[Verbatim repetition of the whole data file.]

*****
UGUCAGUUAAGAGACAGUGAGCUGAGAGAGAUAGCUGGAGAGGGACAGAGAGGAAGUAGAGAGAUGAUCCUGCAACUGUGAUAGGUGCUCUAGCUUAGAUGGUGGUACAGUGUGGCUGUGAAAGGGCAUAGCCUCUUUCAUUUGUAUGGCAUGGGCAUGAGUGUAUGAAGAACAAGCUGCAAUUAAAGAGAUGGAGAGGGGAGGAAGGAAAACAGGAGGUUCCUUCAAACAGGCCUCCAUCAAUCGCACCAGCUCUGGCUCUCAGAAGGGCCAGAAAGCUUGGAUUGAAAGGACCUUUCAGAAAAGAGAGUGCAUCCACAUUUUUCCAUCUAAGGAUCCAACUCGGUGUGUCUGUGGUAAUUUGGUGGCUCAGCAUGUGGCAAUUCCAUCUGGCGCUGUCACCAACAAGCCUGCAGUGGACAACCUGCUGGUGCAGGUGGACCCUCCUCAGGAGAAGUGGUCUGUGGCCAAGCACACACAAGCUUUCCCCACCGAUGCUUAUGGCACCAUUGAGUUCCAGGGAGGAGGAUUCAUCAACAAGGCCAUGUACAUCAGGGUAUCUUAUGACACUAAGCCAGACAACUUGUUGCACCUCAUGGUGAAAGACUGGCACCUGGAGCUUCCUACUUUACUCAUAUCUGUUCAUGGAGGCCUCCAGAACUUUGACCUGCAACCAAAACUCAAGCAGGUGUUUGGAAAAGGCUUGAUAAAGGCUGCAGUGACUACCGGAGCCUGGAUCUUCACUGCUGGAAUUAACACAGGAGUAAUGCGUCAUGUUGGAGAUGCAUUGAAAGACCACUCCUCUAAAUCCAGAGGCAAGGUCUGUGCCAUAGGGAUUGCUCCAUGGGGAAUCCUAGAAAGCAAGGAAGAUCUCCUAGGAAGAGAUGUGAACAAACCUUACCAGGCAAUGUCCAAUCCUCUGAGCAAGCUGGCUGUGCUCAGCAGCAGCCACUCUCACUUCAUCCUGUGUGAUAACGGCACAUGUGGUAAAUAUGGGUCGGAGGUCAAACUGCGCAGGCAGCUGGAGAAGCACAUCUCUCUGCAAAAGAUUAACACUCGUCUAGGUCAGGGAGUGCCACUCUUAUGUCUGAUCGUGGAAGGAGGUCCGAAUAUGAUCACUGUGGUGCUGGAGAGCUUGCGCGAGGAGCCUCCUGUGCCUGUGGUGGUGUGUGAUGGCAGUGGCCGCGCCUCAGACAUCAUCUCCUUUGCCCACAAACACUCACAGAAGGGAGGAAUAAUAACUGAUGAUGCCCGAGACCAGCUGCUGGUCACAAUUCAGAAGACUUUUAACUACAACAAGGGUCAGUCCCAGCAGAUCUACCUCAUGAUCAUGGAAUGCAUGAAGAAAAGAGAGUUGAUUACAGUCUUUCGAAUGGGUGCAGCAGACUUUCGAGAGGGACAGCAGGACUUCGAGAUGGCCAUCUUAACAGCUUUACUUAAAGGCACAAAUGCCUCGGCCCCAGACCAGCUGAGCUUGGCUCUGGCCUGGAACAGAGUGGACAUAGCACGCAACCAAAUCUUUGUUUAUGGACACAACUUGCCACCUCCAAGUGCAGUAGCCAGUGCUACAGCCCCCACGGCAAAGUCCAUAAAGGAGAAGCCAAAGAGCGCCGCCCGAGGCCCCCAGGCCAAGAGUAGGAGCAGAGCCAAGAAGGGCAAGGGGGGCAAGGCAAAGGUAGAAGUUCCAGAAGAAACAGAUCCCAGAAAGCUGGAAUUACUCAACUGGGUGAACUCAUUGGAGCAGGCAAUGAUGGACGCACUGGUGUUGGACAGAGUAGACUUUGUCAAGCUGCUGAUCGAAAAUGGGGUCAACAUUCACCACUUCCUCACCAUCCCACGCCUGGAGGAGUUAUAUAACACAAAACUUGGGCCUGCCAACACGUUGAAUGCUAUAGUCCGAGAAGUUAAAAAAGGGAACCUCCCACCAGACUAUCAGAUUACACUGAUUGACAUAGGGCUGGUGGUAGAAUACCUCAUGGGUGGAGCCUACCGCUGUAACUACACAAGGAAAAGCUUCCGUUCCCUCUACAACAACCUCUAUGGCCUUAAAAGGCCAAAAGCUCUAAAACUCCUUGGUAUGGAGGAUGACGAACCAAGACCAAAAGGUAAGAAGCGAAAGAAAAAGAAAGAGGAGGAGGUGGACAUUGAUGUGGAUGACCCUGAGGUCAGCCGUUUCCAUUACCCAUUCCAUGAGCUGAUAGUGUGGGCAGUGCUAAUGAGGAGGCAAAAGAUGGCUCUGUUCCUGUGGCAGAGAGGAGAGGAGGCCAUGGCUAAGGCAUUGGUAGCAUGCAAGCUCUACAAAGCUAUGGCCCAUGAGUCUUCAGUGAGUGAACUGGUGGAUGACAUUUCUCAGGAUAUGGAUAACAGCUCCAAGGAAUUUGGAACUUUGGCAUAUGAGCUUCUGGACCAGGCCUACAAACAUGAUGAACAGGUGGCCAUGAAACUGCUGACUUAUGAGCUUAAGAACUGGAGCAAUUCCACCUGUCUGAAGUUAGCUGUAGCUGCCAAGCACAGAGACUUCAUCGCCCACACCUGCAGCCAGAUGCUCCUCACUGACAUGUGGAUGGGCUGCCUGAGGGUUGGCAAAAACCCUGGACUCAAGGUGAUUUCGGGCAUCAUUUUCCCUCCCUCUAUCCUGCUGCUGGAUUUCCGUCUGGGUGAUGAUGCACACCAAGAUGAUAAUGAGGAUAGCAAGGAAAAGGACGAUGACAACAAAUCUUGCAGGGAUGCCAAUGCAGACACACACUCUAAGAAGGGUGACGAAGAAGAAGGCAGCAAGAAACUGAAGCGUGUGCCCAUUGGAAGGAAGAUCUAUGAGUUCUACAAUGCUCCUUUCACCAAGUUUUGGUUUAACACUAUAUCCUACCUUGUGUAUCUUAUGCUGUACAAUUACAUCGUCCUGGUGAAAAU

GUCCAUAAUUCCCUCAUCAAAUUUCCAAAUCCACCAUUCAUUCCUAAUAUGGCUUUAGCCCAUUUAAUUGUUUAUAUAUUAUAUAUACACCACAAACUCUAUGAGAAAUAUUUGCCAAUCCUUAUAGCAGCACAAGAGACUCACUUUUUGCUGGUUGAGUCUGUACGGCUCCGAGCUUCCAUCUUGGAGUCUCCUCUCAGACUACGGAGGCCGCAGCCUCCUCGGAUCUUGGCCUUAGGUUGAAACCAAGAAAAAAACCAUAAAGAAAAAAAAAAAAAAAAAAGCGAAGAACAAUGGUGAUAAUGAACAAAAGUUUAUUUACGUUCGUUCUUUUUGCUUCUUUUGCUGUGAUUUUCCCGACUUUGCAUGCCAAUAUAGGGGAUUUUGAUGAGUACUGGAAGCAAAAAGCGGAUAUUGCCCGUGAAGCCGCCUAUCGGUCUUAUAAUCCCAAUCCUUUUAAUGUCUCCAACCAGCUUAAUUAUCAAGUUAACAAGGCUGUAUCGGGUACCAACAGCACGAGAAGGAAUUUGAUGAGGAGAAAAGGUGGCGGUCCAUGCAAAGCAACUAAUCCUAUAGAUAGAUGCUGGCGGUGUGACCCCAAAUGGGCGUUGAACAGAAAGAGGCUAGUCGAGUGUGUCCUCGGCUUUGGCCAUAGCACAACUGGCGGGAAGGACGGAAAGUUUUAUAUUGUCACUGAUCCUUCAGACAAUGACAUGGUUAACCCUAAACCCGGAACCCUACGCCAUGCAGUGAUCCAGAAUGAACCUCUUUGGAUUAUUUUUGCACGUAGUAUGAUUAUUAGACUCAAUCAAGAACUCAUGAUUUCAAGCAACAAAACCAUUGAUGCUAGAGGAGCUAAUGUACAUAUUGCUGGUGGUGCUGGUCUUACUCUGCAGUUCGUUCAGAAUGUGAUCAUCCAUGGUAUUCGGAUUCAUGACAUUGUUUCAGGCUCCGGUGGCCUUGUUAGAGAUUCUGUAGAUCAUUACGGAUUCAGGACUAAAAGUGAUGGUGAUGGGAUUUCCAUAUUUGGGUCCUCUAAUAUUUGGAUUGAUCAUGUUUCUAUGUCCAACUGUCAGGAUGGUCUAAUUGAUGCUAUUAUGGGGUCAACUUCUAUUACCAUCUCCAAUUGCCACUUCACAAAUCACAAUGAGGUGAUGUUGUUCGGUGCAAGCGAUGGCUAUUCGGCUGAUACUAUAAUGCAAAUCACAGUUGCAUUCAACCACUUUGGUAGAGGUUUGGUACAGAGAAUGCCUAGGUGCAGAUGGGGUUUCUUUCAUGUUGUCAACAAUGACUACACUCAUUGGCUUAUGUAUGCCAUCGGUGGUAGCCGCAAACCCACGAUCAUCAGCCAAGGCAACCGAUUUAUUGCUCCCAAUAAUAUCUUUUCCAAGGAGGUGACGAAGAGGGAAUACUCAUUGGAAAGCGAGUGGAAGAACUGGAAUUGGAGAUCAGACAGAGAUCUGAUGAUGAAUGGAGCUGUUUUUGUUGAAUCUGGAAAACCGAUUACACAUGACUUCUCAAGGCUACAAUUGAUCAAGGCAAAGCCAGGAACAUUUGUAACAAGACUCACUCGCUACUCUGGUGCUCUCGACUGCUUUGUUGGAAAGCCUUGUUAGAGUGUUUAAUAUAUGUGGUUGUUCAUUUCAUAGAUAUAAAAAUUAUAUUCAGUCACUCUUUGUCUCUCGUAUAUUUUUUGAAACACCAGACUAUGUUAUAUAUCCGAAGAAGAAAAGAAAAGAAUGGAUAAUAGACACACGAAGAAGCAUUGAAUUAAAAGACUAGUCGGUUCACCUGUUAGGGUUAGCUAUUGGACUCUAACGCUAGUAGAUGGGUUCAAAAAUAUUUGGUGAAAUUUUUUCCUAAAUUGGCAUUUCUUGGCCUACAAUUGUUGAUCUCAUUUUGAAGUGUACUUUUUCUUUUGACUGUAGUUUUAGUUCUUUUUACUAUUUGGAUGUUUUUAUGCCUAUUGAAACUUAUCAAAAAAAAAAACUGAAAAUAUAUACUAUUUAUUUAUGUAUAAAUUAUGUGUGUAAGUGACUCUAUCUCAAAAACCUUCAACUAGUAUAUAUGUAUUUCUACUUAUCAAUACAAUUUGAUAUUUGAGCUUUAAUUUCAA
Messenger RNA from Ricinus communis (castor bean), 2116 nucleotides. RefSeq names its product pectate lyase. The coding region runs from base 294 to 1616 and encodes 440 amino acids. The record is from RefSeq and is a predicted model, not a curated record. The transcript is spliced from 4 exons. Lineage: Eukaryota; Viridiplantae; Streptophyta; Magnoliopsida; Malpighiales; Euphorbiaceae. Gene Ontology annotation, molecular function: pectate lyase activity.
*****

UGUCAGUUAAGAGACAGUGAGCUGAGAGAGAUAGCUGGAGAGGGACAGAGAGGAAGUAGAGAGAUGAUCCUGCAACUGUGAUAGGUGCUCUAGCUUAGAUGGUGGUACAGUGUGGCUGUGAAAGGGCAUAGCCUCUUUCAUUUGUAUGGCAUGGGCAUGAGUGUAUGAAGAACAAGCUGCAAUUAAAGAGAUGGAGAGGGGAGGAAGGAAAACAGGAGGUUCCUUCAAACAGGCCUCCAUCAAUCGCACCAGCUCUGGCUCUCAGAAGGGCCAGAAAGCUUGGAUUGAAAGGACCUUUCAGAAAAGAGAGUGCAUCCACAUUUUUCCAUCUAAGGAUCCAACUCGGUGUGUCUGUGGUAAUUUGGUGGCUCAGCAUGUGGCAAUUCCAUCUGGCGCUGUCACCAACAAGCCUGCAGUGGACAACCUGCUGGUGCAGGUGGACCCUCCUCAGGAGAAGUGGUCUGUGGCCAAGCACACACAAGCUUUCCCCACCGAUGCUUAUGGCACCAUUGAGUUCCAGGGAGGAGGAUUCAUCAACAAGGCCAUGUACAUCAGGGUAUCUUAUGACACUAAGCCAGACAACUUGUUGCACCUCAUGGUGAAAGACUGGCACCUGGAGCUUCCUACUUUACUCAUAUCUGUUCAUGGAGGCCUCCAGAACUUUGACCUGCAACCAAAACUCAAGCAGGUGUUUGGAAAAGGCUUGAUAAAGGCUGCAGUGACUACCGGAGCCUGGAUCUUCACUGCUGGAAUUAACACAGGAGUAAUGCGUCAUGUUGGAGAUGCAUUGAAAGACCACUCCUCUAAAUCCAGAGGCAAGGUCUGUGCCAUAGGGAUUGCUCCAUGGGGAAUCCUAGAAAGCAAGGAAGAUCUCCUAGGAAGAGAUGUGAACAAACCUUACCAGGCAAUGUCCAAUCCUCUGAGCAAGCUGGCUGUGCUCAGCAGCAGCCACUCUCACUUCAUCCUGUGUGAUAACGGCACAUGUGGUAAAUAUGGGUCGGAGGUCAAACUGCGCAGGCAGCUGGAGAAGCACAUCUCUCUGCAAAAGAUUAACACUCGUCUAGGUCAGGGAGUGCCACUCUUAUGUCUGAUCGUGGAAGGAGGUCCGAAUAUGAUCACUGUGGUGCUGGAGAGCUUGCGCGAGGAGCCUCCUGUGCCUGUGGUGGUGUGUGAUGGCAGUGGCCGCGCCUCAGACAUCAUCUCCUUUGCCCACAAACACUCACAGAAGGGAGGAAUAAUAACUGAUGAUGCCCGAGACCAGCUGCUGGUCACAAUUCAGAAGACUUUUAACUACAACAAGGGUCAGUCCCAGCAGAUCUACCUCAUGAUCAUGGAAUGCAUGAAGAAAAGAGAGUUGAUUACAGUCUUUCGAAUGGGUGCAGCAGACUUUCGAGAGGGACAGCAGGACUUCGAGAUGGCCAUCUUAACAGCUUUACUUAAAGGCACAAAUGCCUCGGCCCCAGACCAGCUGAGCUUGGCUCUGGCCUGGAACAGAGUGGACAUAGCACGCAACCAAAUCUUUGUUUAUGGACACAACUUGCCACCUCCAAGUGCAGUAGCCAGUGCUACAGCCCCCACGGCAAAGUCCAUAAAGGAGAAGCCAAAGAGCGCCGCCCGAGGCCCCCAGGCCAAGAGUAGGAGCAGAGCCAAGAAGGGCAAGGGGGGCAAGGCAAAGGUAGAAGUUCCAGAAGAAACAGAUCCCAGAAAGCUGGAAUUACUCAACUGGGUGAACUCAUUGGAGCAGGCAAUGAUGGACGCACUGGUGUUGGACAGAGUAGACUUUGUCAAGCUGCUGAUCGAAAAUGGGGUCAACAUUCACCACUUCCUCACCAUCCCACGCCUGGAGGAGUUAUAUAACACAAAACUUGGGCCUGCCAACACGUUGAAUGCUAUAGUCCGAGAAGUUAAAAAAGGGAACCUCCCACCAGACUAUCAGAUUACACUGAUUGACAUAGGGCUGGUGGUAGAAUACCUCAUGGGUGGAGCCUACCGCUGUAACUACACAAGGAAAAGCUUCCGUUCCCUCUACAACAACCUCUAUGGCCUUAAAAGGCCAAAAGCUCUAAAACUCCUUGGUAUGGAGGAUGACGAACCAAGACCAAAAGGUAAGAAGCGAAAGAAAAAGAAAGAGGAGGAGGUGGACAUUGAUGUGGAUGACCCUGAGGUCAGCCGUUUCCAUUACCCAUUCCAUGAGCUGAUAGUGUGGGCAGUGCUAAUGAGGAGGCAAAAGAUGGCUCUGUUCCUGUGGCAGAGAGGAGAGGAGGCCAUGGCUAAGGCAUUGGUAGCAUGCAAGCUCUACAAAGCUAUGGCCCAUGAGUCUUCAGUGAGUGAACUGGUGGAUGACAUUUCUCAGGAUAUGGAUAACAGCUCCAAGGAAUUUGGAACUUUGGCAUAUGAGCUUCUGGACCAGGCCUACAAACAUGAUGAACAGGUGGCCAUGAAACUGCUGACUUAUGAGCUUAAGAACUGGAGCAAUUCCACCUGUCUGAAGUUAGCUGUAGCUGCCAAGCACAGAGACUUCAUCGCCCACACCUGCAGCCAGAUGCUCCUCACUGACAUGUGGAUGGGCUGCCUGAGGGUUGGCAAAAACCCUGGACUCAAGGUGAUUUCGGGCAUCAUUUUCCCUCCCUCUAUCCUGCUGCUGGAUUUCCGUCUGGGUGAUGAUGCACACCAAGAUGAUAAUGAGGAUAGCAAGGAAAAGGACGAUGACAACAAAUCUUGCAGGGAUGCCAAUGCAGACACACACUCUAAGAAGGGUGACGAAGAAGAAGGCAGCAAGAAACUGAAGCGUGUGCCCAUUGGAAGGAAGAUCUAUGAGUUCUACAAUGCUCCUUUCACCAAGUUUUGGUUUAACACUAUAUCCUACCUUGUGUAUCUUAUGCUGUACAAUUACAUCGUCCUGGUGAAAAU

GUCCAUAAUUCCCUCAUCAAAUUUCCAAAUCCACCAUUCAUUCCUAAUAUGGCUUUAGCCCAUUUAAUUGUUUAUAUAUUAUAUAUACACCACAAACUCUAUGAGAAAUAUUUGCCAAUCCUUAUAGCAGCACAAGAGACUCACUUUUUGCUGGUUGAGUCUGUACGGCUCCGAGCUUCCAUCUUGGAGUCUCCUCUCAGACUACGGAGGCCGCAGCCUCCUCGGAUCUUGGCCUUAGGUUGAAACCAAGAAAAAAACCAUAAAGAAAAAAAAAAAAAAAAAAGCGAAGAACAAUGGUGAUAAUGAACAAAAGUUUAUUUACGUUCGUUCUUUUUGCUUCUUUUGCUGUGAUUUUCCCGACUUUGCAUGCCAAUAUAGGGGAUUUUGAUGAGUACUGGAAGCAAAAAGCGGAUAUUGCCCGUGAAGCCGCCUAUCGGUCUUAUAAUCCCAAUCCUUUUAAUGUCUCCAACCAGCUUAAUUAUCAAGUUAACAAGGCUGUAUCGGGUACCAACAGCACGAGAAGGAAUUUGAUGAGGAGAAAAGGUGGCGGUCCAUGCAAAGCAACUAAUCCUAUAGAUAGAUGCUGGCGGUGUGACCCCAAAUGGGCGUUGAACAGAAAGAGGCUAGUCGAGUGUGUCCUCGGCUUUGGCCAUAGCACAACUGGCGGGAAGGACGGAAAGUUUUAUAUUGUCACUGAUCCUUCAGACAAUGACAUGGUUAACCCUAAACCCGGAACCCUACGCCAUGCAGUGAUCCAGAAUGAACCUCUUUGGAUUAUUUUUGCACGUAGUAUGAUUAUUAGACUCAAUCAAGAACUCAUGAUUUCAAGCAACAAAACCAUUGAUGCUAGAGGAGCUAAUGUACAUAUUGCUGGUGGUGCUGGUCUUACUCUGCAGUUCGUUCAGAAUGUGAUCAUCCAUGGUAUUCGGAUUCAUGACAUUGUUUCAGGCUCCGGUGGCCUUGUUAGAGAUUCUGUAGAUCAUUACGGAUUCAGGACUAAAAGUGAUGGUGAUGGGAUUUCCAUAUUUGGGUCCUCUAAUAUUUGGAUUGAUCAUGUUUCUAUGUCCAACUGUCAGGAUGGUCUAAUUGAUGCUAUUAUGGGGUCAACUUCUAUUACCAUCUCCAAUUGCCACUUCACAAAUCACAAUGAGGUGAUGUUGUUCGGUGCAAGCGAUGGCUAUUCGGCUGAUACUAUAAUGCAAAUCACAGUUGCAUUCAACCACUUUGGUAGAGGUUUGGUACAGAGAAUGCCUAGGUGCAGAUGGGGUUUCUUUCAUGUUGUCAACAAUGACUACACUCAUUGGCUUAUGUAUGCCAUCGGUGGUAGCCGCAAACCCACGAUCAUCAGCCAAGGCAACCGAUUUAUUGCUCCCAAUAAUAUCUUUUCCAAGGAGGUGACGAAGAGGGAAUACUCAUUGGAAAGCGAGUGGAAGAACUGGAAUUGGAGAUCAGACAGAGAUCUGAUGAUGAAUGGAGCUGUUUUUGUUGAAUCUGGAAAACCGAUUACACAUGACUUCUCAAGGCUACAAUUGAUCAAGGCAAAGCCAGGAACAUUUGUAACAAGACUCACUCGCUACUCUGGUGCUCUCGACUGCUUUGUUGGAAAGCCUUGUUAGAGUGUUUAAUAUAUGUGGUUGUUCAUUUCAUAGAUAUAAAAAUUAUAUUCAGUCACUCUUUGUCUCUCGUAUAUUUUUUGAAACACCAGACUAUGUUAUAUAUCCGAAGAAGAAAAGAAAAGAAUGGAUAAUAGACACACGAAGAAGCAUUGAAUUAAAAGACUAGUCGGUUCACCUGUUAGGGUUAGCUAUUGGACUCUAACGCUAGUAGAUGGGUUCAAAAAUAUUUGGUGAAAUUUUUUCCUAAAUUGGCAUUUCUUGGCCUACAAUUGUUGAUCUCAUUUUGAAGUGUACUUUUUCUUUUGACUGUAGUUUUAGUUCUUUUUACUAUUUGGAUGUUUUUAUGCCUAUUGAAACUUAUCAAAAAAAAAAACUGAAAAUAUAUACUAUUUAUUUAUGUAUAAAUUAUGUGUGUAAGUGACUCUAUCUCAAAAACCUUCAACUAGUAUAUAUGUAUUUCUACUUAUCAAUACAAUUUGAUAUUUGAGCUUUAAUUUCAA
Messenger RNA from Ricinus communis (castor bean), 2116 nucleotides. RefSeq names its product pectate lyase. The coding region runs from base 294 to 1616 and encodes 440 amino acids. The record is from RefSeq and is a predicted model, not a curated record. The transcript is spliced from 4 exons. Lineage: Eukaryota; Viridiplantae; Streptophyta; Magnoliopsida; Malpighiales; Euphorbiaceae. Gene Ontology annotation, molecular function: pectate lyase activity.